Why home building horror stories happen

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If you’re thinking about building a home on your land in Oklahoma, I can already guess one part of your experience so far: you’ve heard tons of horror stories.

You’ve probably heard about builders who went way over budget or didn’t even build what the customer wanted! I bet you’ve also heard about builds that took a lot longer than expected or were just riddled with mistakes (adding to the delay).

What is it about building a home that makes this happen? Sure, building a home is complicated, but I don’t think that’s why. Let me shed some light on why these horror stories tend to happen—and why they shouldn’t.

Most conflict can be traced back to one cause: unmet expectations. Here’s how it works out in a couple of common scenarios.

The home that goes way over budget

Initially, the client and the builder agree on a budget. But by the end of the build, the home ends up being 30% over budget!

Whenever I hear this story—which is often—I wonder if the budget was set too low in the beginning or if there were circumstances that forced the build to go over budget after the fact. But either way it stems from expectations set (or not) in the beginning.

Did the builder provide an appropriately detailed set of specifications (down to the last doorknob) of what the budget included and have the client approve it? Or was it all kind of vague, leaving a lot to interpretation?

Were there “unforeseen” price increases or increases in the quantity of materials needed? If so, why didn’t the builder get bids beforehand and do a detailed analysis of the home design to know exactly how much of each material and labor element would be needed? That would result in a more accurate budget to share with the client.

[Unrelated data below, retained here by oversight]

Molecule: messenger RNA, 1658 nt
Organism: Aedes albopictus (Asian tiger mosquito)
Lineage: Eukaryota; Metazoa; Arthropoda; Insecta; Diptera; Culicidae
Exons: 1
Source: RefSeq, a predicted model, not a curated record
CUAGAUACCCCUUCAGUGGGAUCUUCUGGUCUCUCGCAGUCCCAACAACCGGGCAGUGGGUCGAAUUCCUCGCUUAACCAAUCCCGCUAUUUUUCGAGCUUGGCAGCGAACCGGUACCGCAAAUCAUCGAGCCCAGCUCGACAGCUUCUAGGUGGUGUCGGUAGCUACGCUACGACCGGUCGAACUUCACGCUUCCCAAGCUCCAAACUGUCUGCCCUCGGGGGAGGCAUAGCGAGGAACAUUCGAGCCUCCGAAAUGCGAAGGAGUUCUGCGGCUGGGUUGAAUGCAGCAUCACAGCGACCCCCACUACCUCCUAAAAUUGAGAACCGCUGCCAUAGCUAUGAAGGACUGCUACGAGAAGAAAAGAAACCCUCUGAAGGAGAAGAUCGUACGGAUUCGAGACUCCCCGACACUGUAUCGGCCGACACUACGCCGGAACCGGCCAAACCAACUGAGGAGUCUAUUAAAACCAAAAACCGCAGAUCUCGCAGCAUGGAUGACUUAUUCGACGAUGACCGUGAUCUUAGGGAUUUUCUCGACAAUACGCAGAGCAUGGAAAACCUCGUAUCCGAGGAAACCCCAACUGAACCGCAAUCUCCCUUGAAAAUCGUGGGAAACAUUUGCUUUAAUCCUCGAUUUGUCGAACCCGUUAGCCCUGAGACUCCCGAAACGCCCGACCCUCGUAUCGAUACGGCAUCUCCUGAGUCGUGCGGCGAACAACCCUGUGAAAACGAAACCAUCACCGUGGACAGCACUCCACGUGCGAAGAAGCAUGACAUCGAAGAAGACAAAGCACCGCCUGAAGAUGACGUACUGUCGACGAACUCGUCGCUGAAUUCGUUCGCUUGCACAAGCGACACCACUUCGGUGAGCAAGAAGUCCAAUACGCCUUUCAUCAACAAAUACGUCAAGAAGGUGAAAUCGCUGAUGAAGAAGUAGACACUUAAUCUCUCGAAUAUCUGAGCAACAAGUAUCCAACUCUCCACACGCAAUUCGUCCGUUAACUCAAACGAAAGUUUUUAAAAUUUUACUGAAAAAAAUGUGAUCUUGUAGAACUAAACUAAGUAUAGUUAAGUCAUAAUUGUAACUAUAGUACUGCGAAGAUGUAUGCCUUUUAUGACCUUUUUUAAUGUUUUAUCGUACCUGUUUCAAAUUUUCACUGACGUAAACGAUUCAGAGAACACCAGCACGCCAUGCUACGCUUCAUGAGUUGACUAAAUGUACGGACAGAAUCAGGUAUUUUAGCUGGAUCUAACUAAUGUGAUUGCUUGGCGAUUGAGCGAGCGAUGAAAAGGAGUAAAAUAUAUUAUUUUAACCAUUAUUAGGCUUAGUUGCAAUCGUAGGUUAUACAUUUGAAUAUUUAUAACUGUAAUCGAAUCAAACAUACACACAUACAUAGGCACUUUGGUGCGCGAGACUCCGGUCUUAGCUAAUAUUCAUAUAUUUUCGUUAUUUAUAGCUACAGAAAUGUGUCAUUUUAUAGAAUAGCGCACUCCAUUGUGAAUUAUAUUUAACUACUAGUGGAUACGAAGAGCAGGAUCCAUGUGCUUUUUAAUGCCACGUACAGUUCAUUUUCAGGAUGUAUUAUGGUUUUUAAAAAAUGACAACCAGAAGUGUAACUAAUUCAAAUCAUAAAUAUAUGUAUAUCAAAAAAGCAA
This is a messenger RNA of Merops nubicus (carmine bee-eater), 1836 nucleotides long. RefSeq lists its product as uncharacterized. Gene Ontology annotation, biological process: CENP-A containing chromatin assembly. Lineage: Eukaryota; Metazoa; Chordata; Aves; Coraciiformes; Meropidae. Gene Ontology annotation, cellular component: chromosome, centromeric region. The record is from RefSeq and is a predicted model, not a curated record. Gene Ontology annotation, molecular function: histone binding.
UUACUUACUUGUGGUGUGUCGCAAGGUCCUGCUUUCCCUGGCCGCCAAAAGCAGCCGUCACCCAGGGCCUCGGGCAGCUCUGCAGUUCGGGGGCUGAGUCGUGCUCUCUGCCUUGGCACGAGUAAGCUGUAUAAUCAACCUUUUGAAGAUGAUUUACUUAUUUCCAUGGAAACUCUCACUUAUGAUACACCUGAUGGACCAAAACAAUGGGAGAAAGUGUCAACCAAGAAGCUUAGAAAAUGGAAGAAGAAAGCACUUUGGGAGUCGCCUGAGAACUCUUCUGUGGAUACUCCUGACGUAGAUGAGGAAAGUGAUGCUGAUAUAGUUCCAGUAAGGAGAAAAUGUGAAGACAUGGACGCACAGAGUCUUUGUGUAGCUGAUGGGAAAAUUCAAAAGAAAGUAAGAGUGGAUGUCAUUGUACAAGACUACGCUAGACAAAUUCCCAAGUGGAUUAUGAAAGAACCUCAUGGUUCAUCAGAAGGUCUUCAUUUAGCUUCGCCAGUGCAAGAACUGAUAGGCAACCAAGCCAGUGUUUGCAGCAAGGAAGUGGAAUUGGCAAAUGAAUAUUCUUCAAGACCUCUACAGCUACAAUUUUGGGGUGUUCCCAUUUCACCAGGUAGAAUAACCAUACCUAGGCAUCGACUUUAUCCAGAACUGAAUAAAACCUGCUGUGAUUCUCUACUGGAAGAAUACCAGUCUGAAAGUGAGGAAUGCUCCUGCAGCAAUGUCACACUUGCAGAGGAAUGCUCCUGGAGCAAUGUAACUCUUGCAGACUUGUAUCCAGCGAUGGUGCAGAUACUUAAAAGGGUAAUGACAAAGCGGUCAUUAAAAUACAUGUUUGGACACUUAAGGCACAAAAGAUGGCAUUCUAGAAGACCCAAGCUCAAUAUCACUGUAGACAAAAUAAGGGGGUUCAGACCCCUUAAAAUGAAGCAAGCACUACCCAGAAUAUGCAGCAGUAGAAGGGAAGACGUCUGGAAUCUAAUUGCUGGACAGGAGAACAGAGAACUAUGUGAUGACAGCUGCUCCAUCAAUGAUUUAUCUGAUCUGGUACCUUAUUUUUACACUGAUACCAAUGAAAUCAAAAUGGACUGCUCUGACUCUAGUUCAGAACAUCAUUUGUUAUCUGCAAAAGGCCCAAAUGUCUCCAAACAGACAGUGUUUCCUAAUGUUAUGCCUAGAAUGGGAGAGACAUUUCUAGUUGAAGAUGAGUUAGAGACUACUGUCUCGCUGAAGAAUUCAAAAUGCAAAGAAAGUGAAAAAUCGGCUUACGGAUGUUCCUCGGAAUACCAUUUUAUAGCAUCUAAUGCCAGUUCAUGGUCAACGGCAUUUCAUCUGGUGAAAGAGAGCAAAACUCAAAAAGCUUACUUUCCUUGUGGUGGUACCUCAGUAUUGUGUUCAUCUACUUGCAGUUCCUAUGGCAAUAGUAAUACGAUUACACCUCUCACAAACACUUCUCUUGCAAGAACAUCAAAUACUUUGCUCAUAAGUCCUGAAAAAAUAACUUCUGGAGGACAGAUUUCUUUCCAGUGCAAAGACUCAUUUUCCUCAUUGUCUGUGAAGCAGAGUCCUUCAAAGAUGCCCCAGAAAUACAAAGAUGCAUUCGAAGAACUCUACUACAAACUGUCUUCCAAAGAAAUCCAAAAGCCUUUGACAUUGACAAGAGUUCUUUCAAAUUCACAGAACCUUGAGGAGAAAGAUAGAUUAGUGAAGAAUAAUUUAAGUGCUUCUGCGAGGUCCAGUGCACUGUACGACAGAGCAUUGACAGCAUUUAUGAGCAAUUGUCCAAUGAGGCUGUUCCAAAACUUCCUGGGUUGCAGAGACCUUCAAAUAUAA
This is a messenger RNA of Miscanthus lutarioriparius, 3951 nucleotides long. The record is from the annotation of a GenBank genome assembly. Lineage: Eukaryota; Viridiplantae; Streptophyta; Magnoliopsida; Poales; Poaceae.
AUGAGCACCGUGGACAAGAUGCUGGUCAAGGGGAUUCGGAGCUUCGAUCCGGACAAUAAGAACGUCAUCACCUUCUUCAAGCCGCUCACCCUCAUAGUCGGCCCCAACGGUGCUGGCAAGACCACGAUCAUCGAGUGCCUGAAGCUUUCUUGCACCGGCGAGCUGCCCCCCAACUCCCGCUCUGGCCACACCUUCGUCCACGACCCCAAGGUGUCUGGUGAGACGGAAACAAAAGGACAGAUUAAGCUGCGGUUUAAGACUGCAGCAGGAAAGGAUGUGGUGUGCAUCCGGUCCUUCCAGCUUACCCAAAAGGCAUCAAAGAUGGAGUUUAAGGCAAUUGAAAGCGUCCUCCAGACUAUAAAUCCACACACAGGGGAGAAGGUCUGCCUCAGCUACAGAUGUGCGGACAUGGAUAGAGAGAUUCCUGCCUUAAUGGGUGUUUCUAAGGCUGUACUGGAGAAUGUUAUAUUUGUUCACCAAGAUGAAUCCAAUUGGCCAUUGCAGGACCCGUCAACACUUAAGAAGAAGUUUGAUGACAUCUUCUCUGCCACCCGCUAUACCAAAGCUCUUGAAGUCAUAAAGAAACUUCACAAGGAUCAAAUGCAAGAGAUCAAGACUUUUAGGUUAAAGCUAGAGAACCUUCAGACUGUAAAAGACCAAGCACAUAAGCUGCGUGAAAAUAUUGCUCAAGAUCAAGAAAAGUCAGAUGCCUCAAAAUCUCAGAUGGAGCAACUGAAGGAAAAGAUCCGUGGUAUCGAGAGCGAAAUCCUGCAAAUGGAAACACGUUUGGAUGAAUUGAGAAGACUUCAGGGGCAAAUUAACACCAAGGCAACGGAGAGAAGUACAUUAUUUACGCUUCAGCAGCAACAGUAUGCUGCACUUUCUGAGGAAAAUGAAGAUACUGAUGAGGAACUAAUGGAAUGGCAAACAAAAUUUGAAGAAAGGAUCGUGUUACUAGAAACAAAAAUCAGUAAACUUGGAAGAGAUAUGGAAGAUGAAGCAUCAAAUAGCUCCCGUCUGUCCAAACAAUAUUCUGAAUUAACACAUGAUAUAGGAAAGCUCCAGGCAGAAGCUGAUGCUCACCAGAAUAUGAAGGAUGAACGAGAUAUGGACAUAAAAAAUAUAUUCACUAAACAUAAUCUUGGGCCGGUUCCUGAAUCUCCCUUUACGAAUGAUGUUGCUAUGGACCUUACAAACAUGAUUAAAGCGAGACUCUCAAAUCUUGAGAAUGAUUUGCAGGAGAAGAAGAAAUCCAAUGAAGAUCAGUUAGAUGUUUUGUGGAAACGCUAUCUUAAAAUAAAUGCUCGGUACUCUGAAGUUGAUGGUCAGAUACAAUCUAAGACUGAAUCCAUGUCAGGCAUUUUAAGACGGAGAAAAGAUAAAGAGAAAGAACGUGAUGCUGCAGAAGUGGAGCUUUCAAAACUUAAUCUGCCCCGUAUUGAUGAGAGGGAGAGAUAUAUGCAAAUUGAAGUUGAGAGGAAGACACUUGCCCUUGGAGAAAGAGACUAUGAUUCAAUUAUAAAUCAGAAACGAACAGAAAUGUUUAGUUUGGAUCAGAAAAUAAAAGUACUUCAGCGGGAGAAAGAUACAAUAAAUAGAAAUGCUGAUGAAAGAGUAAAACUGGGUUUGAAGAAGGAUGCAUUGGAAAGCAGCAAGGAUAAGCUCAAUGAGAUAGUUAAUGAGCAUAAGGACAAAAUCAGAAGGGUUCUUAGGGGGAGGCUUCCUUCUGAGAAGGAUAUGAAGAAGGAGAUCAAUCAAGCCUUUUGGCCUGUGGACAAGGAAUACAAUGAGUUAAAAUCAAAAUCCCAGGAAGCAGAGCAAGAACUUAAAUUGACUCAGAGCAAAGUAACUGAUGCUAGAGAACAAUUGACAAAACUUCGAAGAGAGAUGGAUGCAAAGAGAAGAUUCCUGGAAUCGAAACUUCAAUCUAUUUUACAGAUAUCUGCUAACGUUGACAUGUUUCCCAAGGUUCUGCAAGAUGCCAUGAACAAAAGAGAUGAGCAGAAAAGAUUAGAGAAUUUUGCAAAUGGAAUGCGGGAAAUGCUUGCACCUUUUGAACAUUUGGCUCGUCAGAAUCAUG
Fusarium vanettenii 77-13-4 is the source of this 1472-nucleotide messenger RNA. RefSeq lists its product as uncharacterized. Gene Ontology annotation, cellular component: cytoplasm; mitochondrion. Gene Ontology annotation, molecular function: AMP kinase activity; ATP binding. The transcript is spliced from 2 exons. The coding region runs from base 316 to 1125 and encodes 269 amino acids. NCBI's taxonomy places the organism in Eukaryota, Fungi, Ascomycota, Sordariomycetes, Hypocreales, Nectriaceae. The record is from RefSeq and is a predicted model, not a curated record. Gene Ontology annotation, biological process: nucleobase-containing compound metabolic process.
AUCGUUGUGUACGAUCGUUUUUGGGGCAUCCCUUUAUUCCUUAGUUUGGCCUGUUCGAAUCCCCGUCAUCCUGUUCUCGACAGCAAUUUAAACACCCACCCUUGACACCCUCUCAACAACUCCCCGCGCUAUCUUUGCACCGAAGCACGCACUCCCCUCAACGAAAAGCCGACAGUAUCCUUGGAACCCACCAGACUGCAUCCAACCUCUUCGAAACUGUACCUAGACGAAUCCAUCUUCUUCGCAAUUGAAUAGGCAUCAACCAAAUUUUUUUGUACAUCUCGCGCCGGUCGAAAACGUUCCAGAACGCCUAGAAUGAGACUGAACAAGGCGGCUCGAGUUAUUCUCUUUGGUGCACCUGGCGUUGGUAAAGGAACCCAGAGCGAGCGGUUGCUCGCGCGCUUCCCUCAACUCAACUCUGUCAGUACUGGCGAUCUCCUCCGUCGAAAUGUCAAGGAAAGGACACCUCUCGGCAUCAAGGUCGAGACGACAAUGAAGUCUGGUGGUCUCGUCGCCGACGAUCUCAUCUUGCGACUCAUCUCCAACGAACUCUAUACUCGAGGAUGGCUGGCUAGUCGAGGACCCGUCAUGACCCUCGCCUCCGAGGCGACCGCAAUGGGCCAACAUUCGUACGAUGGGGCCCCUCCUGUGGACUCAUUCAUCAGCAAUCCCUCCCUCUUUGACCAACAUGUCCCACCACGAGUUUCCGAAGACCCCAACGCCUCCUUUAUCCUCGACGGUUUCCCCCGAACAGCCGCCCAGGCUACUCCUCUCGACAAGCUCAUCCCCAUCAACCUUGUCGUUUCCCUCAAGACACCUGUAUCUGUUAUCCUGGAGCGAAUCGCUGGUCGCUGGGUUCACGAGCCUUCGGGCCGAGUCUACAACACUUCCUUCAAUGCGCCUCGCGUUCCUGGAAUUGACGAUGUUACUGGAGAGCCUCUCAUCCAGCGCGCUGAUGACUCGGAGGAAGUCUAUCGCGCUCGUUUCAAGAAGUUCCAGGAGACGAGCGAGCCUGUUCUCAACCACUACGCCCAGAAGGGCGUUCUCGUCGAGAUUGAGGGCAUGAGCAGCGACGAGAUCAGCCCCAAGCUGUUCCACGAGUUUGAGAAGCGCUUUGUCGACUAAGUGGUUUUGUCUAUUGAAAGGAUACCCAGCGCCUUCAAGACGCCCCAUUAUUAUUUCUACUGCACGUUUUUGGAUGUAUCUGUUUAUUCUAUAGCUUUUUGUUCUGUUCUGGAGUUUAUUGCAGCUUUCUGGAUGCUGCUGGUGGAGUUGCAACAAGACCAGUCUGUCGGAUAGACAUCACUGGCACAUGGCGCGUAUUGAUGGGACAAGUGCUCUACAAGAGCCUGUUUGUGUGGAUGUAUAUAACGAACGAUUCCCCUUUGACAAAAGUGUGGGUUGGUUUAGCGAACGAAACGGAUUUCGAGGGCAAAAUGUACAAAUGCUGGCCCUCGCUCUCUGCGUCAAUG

The home that takes six months longer than expected

First of all, I used the word “expected” for a reason: who expected it would take only six months, rather than a year, to complete the project? The client? The builder? Clearly, something is amiss. Unfortunately, I hear this story all the time, too.

Most of the time, it means that there were some unrealistic expectations set at the beginning of the project. Maybe the client expected to be able to make unlimited changes without affecting the schedule of the build, and the builder never made it clear that each time a change was made it would affect the schedule.

Maybe the builder never let the client know she was expected to make all her color selections within a certain time period in order to meet certain ordering deadlines. Again, setting strong expectations up front would have prevented much of the frustration in this case.

In any relationship, it’s important to have the right expectations at the beginning. If each party is expecting the other to do something different, disappointment is a guaranteed outcome.

And here’s the other piece of the puzzle: in order for a builder to set realistic expectations at the start of a project, they have to be able to create a detailed plan for your build. That includes planning for “unforeseen” issues like weather delays or building during the busy season. If a builder seems disorganized, you might not get a reliable set of expectations at the outset.

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